Chapter 3, “Floors, Roofs, and Ceilings,” introduces you to the other basic building blocks: floors, roofs, and ceilings. By the end of the first three chapters, you will begin to see how easy it is to create the core elements of your building.

Chapter 4, “Stairs, Ramps, and Railings,” explains the basics of stairs, ramps, and railings. These core components are versatile and using them can be a bit tricky, so we’ll guide you through the process of creating several types of stairs and railings.

Chapter 5, “Adding Families,” shows you how to add a core element to your project: families. You use families to create most of your content, and Revit Architecture by default comes with a robust supply.

Chapter 6, “Modifying Families,” shows you how to take these families and modify them or create your own, making the library of your content limitless.

Chapter 7, “Schematic Design,” introduces you to situations that would happen on a real project: say a designer has given you a sketch, and now you need to take this building design and model it in Revit Architecture.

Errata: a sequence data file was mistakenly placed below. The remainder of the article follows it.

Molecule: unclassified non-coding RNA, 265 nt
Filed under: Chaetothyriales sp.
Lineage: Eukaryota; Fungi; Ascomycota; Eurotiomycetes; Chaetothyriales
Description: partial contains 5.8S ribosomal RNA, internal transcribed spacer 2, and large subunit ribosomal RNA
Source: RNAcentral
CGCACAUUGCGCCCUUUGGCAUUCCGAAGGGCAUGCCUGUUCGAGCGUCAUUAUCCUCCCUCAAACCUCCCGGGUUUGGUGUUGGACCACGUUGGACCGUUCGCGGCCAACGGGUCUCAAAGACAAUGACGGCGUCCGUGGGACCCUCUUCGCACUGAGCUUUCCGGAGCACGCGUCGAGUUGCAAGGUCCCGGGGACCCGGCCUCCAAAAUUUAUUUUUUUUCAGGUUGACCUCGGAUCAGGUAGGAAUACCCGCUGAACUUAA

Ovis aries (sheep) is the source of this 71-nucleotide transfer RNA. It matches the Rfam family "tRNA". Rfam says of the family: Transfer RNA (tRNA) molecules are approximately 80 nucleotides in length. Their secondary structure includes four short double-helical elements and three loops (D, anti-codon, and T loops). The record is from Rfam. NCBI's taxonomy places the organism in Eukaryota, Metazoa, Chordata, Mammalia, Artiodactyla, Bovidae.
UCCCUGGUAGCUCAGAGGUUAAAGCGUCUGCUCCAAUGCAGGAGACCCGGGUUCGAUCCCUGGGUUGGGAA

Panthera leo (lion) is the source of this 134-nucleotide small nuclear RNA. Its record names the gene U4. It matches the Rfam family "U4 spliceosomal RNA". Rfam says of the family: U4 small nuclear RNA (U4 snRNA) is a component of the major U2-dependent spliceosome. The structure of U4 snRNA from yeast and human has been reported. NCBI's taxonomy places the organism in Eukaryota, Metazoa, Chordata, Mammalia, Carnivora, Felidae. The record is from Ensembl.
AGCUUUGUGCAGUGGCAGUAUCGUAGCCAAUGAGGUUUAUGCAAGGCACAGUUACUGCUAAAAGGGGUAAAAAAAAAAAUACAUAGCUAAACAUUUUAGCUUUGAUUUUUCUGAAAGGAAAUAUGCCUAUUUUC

Chapter 8, “Rooms and Color-Fill Plans,” shows you how to add room elements to your spaces, assign information to them, and create colorful diagrams based on space, department, or any other variable you need.

Chapter 9, “Materials, Rendering, and Visualization,” introduces you to visualization tools and techniques. You prepare presentation-quality views of your design in elevation, 3d Axonometric, and perspective views.

Chapter 10, “Worksharing,” discusses how to take your Revit Architecture file into a multiperson working environment. Worksharing allows several people within your office or project team to work on the same Revit Architecture file simultaneously.

Chapter 11, “Details and Annotations,” focuses on adding an annotation to explain your designs. You’ll learn how to add detail to your model in the form of dimensions, text, keynotes, and tags, and how to embellish your 3D model with additional detailing.

Chapter 12, “Creating Drawing Sets,” shows you how to take all this information and place those drawings and views onto sheets so they can be printed and distributed to your project stakeholders.

Chapter 13, “Workflow and Site Modeling,” provides the basics on how to take your office from a CAD environment to one that works with BIM.

This chapter explores tools for every level of the project team—from the new staff to project managers. Understanding the process and workflow will be key to the success of your first Revit Architecture project.

Chapter 14, “Repeating Objects, Best Practices, and Quick Tips,” covers different approaches to repeat objects throughout your project along with optimizations, best practices, and tips to use along the way.